This marvelous metabook shines in both concept and beauty.



Right from the title page, Freedman’s latest makes a splash.

Atop a black-and-white stack of closed books sits one open book with blue pages fluttering like waves. A yellow fishtail disappears into the page, splashing water into the air above the books. This book happens to be a watery world (fish tank?) where, every day, Snail waits for Fish “to come home with a story.” Fish offers one with “a whole ocean, and a secret treasure, and a pirate ship”—but rather than telling it, “I want to show you this time, Snail!” Nope—Snail won’t go. They fight; Fish departs. Highlighted against the closed books and unobtrusive, black-and-white bookshelves in the background, Fish and Snail’s watercolor world looks clear and fine. But with Fish gone, “[h]ow can this be The Story of Fish & Snail?” Snail peers downward over the edge of the towering pile of books, where Fish has disappeared with a quiet “plimp.” Fish’s body, far below, appears murkily underwater inside the daunting new book. “F-I-I-I-I-I-I-I-S-H!” cries Snail, launching bravely into the air. Water splashes the whole height of the pile as Snail plunges into the new book. Fish peeps around a page’s corner, ready for reconciliation and adventure. Texture, scale and angle accentuate the exciting difference between the in-book worlds and the pale library background.

This marvelous metabook shines in both concept and beauty. (Picture book. 3-7)

Pub Date: June 13, 2013

ISBN: 978-0-670-78489-9

Page Count: 40

Publisher: Viking

Review Posted Online: April 3, 2013

Kirkus Reviews Issue: May 1, 2013

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Sadly, the storytelling runs aground.


A little red sleigh has big Christmas dreams.

Although the detailed, full-color art doesn’t anthropomorphize the protagonist (which readers will likely identify as a sled and not a sleigh), a close third-person text affords the object thoughts and feelings while assigning feminine pronouns. “She longed to become Santa’s big red sleigh,” reads an early line establishing the sleigh’s motivation to leave her Christmas-shop home for the North Pole. Other toys discourage her, but she perseveres despite creeping self-doubt. A train and truck help the sleigh along, and when she wishes she were big, fast, and powerful like them, they offer encouragement and counsel patience. When a storm descends after the sleigh strikes out on her own, an unnamed girl playing in the snow brings her to a group of children who all take turns riding the sleigh down a hill. When the girl brings her home, the sleigh is crestfallen she didn’t reach the North Pole. A convoluted happily-ever-after ending shows a note from Santa that thanks the sleigh for giving children joy and invites her to the North Pole next year. “At last she understood what she was meant to do. She would build her life up spreading joy, one child at a time.” Will she leave the girl’s house to be gifted to other children? Will she stay and somehow also reach ever more children? Readers will be left wondering. (This book was reviewed digitally with 11-by-18-inch double-page spreads viewed at 31.8% of actual size.)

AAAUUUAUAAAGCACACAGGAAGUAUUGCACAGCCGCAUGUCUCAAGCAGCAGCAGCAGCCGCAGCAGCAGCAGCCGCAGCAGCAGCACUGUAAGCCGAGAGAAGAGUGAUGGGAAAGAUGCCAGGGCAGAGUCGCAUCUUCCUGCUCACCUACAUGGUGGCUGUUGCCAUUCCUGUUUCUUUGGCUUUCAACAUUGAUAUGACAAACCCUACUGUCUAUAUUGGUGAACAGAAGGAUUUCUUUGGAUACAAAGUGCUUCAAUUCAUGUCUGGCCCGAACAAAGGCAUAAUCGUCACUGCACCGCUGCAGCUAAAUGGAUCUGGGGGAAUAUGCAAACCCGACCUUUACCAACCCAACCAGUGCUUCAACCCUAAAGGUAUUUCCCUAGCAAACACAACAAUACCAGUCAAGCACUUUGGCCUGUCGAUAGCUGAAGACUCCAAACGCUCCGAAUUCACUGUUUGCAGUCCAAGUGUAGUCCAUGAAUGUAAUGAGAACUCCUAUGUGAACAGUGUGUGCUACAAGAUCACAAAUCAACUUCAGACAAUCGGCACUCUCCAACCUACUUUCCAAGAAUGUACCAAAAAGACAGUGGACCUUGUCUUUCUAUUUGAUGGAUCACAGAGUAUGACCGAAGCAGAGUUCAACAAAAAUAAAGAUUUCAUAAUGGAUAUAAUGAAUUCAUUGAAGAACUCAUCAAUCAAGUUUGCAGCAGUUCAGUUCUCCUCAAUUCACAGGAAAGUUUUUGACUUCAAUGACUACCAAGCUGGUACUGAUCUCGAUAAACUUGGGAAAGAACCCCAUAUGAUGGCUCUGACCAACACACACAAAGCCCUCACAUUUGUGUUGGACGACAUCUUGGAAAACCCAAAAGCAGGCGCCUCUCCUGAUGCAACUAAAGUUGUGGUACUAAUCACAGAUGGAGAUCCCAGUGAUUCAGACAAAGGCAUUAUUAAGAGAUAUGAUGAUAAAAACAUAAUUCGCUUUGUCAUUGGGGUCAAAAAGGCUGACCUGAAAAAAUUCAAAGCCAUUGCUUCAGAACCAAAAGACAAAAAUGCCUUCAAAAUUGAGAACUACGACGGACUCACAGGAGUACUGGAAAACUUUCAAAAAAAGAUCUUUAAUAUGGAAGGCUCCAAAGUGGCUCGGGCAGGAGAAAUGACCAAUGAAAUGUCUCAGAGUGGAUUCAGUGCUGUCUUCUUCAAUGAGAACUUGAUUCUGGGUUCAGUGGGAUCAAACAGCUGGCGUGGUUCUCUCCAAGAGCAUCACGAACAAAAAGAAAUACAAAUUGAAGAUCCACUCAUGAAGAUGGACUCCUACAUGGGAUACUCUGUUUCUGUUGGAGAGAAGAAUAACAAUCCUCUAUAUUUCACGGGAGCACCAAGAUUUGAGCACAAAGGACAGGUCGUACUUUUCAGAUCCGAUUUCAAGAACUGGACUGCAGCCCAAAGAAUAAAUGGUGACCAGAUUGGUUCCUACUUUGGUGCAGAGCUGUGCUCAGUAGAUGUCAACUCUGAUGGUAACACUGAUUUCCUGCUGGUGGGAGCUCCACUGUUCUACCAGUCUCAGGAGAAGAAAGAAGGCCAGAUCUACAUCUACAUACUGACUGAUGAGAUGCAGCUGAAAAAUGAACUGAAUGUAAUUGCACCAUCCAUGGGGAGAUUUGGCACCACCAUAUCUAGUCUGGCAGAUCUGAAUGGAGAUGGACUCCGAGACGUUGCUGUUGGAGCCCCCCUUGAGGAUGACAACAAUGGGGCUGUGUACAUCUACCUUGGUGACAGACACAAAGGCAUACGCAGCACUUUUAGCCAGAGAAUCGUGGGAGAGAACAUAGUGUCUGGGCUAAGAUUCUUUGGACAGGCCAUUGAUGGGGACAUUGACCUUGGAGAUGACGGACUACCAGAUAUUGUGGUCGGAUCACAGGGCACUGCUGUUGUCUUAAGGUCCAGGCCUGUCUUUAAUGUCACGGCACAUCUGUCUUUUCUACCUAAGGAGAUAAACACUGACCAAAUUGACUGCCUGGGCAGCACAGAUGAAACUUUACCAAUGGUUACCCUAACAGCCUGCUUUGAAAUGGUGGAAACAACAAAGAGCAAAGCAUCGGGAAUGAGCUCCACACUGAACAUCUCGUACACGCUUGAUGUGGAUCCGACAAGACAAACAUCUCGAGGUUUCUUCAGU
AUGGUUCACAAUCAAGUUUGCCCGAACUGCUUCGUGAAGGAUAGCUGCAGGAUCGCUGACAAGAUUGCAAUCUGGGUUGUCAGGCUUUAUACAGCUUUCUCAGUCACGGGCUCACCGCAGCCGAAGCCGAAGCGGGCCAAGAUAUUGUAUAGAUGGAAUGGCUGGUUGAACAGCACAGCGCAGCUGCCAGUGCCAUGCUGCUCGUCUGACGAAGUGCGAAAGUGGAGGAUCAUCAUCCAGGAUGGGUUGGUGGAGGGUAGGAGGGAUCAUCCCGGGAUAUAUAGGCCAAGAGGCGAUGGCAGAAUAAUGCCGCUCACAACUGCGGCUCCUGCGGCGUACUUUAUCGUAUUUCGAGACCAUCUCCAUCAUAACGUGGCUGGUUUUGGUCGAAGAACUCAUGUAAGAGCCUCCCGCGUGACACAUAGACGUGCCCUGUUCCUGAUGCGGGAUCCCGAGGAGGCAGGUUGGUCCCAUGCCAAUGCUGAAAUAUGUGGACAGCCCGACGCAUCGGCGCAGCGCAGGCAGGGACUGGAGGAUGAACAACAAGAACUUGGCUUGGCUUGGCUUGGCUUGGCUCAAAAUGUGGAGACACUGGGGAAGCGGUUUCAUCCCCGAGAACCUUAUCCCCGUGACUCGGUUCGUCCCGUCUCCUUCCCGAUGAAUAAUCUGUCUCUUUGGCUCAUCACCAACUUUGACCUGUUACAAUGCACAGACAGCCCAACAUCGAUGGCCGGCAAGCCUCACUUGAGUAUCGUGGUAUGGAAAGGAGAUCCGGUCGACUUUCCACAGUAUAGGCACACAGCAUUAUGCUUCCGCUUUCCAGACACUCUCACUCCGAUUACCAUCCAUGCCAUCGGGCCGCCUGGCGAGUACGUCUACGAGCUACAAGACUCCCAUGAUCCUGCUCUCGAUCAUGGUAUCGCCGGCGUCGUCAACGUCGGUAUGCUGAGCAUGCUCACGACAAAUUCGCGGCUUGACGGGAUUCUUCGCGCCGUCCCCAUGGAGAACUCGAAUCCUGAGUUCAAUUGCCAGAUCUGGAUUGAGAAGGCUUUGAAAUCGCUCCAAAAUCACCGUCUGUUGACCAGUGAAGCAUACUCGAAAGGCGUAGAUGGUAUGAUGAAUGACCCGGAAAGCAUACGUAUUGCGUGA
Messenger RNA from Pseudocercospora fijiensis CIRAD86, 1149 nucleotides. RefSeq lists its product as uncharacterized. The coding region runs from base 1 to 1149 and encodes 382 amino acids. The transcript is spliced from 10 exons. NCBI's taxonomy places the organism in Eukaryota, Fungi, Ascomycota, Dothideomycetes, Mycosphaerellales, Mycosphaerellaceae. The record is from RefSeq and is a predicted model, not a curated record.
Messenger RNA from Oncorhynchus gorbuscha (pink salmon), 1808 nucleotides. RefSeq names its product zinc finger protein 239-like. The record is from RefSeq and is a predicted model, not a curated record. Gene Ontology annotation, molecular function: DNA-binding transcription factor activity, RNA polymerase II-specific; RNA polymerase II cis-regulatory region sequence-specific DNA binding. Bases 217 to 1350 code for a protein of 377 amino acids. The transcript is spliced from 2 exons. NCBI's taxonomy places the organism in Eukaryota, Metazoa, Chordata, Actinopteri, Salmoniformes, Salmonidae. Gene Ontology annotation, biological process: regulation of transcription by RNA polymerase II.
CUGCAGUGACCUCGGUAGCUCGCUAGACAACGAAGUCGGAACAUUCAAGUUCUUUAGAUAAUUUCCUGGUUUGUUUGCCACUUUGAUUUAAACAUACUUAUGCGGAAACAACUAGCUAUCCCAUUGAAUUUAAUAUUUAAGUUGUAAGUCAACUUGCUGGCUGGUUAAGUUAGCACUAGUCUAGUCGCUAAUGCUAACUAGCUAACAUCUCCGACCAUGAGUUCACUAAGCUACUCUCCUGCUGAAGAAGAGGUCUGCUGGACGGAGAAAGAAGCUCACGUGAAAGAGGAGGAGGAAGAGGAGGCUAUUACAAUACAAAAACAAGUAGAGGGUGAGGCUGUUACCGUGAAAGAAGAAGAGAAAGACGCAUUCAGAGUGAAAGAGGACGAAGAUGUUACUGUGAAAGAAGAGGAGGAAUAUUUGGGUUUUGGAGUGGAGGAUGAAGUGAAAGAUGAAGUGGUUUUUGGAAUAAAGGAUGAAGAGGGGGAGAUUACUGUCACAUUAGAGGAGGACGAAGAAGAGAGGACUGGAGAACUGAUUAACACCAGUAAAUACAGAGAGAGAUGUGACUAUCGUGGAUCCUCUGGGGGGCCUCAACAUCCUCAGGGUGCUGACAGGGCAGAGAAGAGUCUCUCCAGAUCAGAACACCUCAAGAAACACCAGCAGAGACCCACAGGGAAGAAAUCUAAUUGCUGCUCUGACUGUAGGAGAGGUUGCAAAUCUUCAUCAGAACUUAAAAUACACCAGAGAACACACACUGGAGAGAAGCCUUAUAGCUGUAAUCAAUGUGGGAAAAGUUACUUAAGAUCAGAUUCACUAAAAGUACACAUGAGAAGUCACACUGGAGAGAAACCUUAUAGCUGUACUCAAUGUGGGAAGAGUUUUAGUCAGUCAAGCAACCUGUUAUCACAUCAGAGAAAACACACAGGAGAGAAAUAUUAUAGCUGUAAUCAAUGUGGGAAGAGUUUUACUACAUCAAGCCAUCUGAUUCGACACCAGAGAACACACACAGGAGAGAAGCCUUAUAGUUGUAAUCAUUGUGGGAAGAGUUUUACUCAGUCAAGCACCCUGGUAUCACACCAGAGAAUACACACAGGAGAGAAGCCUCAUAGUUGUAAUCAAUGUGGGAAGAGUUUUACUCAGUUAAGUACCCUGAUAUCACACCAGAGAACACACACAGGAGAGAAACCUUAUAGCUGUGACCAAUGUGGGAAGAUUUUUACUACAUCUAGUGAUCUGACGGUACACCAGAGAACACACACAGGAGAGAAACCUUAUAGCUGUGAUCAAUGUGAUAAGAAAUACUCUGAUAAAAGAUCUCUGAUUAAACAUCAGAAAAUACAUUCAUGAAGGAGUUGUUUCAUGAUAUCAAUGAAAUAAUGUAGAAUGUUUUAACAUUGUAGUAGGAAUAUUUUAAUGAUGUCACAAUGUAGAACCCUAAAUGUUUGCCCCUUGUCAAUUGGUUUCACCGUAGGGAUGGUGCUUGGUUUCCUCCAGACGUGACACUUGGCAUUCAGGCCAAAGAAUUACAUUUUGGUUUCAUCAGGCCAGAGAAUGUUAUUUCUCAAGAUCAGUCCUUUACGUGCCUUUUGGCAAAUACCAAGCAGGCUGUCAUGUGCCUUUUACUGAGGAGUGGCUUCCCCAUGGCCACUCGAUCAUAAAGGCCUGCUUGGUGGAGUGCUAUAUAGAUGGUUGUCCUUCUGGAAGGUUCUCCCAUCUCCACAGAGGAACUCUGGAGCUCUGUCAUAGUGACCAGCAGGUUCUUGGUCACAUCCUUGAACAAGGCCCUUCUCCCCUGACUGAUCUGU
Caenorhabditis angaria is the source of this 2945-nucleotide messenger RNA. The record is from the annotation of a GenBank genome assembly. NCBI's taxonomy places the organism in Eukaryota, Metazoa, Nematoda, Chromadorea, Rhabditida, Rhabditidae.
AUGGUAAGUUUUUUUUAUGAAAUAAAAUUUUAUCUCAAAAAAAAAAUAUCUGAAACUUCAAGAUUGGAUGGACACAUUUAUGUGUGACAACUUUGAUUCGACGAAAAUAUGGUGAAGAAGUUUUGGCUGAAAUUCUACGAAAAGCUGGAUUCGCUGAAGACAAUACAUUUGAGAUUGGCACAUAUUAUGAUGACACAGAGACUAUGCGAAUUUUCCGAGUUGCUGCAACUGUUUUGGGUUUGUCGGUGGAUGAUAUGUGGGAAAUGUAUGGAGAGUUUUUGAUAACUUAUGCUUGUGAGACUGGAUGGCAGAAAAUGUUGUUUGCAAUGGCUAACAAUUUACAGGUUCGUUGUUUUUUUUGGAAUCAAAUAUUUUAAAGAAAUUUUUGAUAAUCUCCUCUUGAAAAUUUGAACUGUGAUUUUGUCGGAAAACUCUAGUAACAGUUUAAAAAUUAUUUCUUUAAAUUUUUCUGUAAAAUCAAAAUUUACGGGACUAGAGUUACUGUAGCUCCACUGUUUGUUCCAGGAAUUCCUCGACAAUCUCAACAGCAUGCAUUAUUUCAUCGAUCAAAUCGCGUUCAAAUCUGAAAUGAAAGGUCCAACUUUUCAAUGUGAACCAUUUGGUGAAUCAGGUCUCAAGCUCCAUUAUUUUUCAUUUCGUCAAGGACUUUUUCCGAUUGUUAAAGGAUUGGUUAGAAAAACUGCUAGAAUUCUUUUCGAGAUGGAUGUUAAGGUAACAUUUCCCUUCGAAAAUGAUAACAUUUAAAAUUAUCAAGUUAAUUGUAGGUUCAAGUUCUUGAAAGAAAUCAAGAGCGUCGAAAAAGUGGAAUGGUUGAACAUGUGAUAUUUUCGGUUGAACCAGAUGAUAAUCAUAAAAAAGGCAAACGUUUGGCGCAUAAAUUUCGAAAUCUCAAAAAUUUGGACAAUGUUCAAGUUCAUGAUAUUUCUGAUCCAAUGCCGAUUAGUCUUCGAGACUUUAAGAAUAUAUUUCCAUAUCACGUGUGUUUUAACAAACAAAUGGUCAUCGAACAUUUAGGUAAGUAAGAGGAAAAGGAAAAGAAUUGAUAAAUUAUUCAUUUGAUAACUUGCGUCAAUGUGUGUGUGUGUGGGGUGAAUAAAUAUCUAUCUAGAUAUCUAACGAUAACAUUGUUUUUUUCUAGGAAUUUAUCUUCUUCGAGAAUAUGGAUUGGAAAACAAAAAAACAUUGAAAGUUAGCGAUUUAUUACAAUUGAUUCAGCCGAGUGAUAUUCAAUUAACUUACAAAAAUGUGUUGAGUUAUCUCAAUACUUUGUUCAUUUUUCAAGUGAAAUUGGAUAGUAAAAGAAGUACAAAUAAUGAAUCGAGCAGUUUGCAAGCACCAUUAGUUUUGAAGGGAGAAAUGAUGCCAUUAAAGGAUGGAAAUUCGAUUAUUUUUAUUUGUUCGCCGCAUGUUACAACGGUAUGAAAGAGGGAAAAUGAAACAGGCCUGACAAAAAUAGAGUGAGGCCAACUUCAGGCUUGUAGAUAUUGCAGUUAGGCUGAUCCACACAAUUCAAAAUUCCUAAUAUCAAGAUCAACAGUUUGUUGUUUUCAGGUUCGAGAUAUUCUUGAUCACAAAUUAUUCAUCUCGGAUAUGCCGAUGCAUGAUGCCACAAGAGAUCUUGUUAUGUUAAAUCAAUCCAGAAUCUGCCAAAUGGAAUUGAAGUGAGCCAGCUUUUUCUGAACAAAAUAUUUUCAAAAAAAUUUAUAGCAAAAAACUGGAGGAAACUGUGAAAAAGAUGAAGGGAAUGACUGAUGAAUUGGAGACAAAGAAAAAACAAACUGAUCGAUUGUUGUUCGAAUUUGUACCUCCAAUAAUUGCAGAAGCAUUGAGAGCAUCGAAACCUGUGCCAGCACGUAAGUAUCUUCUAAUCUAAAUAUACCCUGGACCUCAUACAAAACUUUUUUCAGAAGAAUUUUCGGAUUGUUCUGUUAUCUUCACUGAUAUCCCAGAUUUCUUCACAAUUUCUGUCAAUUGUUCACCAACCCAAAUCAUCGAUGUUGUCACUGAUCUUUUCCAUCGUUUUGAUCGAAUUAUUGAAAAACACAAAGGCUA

Sadly, the storytelling runs aground. (Picture book. 3-6)

Pub Date: Oct. 1, 2020

ISBN: 978-1-72822-355-1

Page Count: 40

Publisher: Sourcebooks Wonderland

Review Posted Online: Aug. 18, 2020

Kirkus Reviews Issue: Sept. 1, 2020

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A pro-girl book with illustrations that far outshine the text. (Picture book. 3-7)


A feel-good book about self-acceptance.

Empire star Byers and Bobo offer a beautifully illustrated, rhyming picture book detailing what one brown-skinned little girl with an impressive Afro appreciates about herself. Relying on similes, the text establishes a pattern with the opening sentence, “Like the sun, I’m here to shine,” and follows it through most of the book. Some of them work well, while others fall flat: “Like the rain, I’m here to pour / and drip and fall until I’m full.” In some vignettes she’s by herself; and in others, pictured along with children of other races. While the book’s pro-diversity message comes through, the didactic and even prideful expressions of self-acceptance make the book exasperatingly preachy—a common pitfall for books by celebrity authors. In contrast, Bobo’s illustrations are visually stunning. After painting the children and the objects with which they interact, such as flowers, books, and a red wagon, in acrylic on board for a traditional look, she scanned the images into Adobe Photoshop and added the backgrounds digitally in chalk. This lends a whimsical feel to such details as a rainbow, a window, wind, and rain—all reminiscent of Harold and the Purple Crayon. Bobo creates an inclusive world of girls in which wearing glasses, using a wheelchair, wearing a head scarf, and having a big Afro are unconditionally accepted rather than markers for othering.

A pro-girl book with illustrations that far outshine the text. (Picture book. 3-7)

Pub Date: March 6, 2018

ISBN: 978-0-06-266712-0

Page Count: 32

Publisher: Balzer + Bray/HarperCollins

Review Posted Online: Dec. 3, 2017

Kirkus Reviews Issue: Jan. 15, 2018

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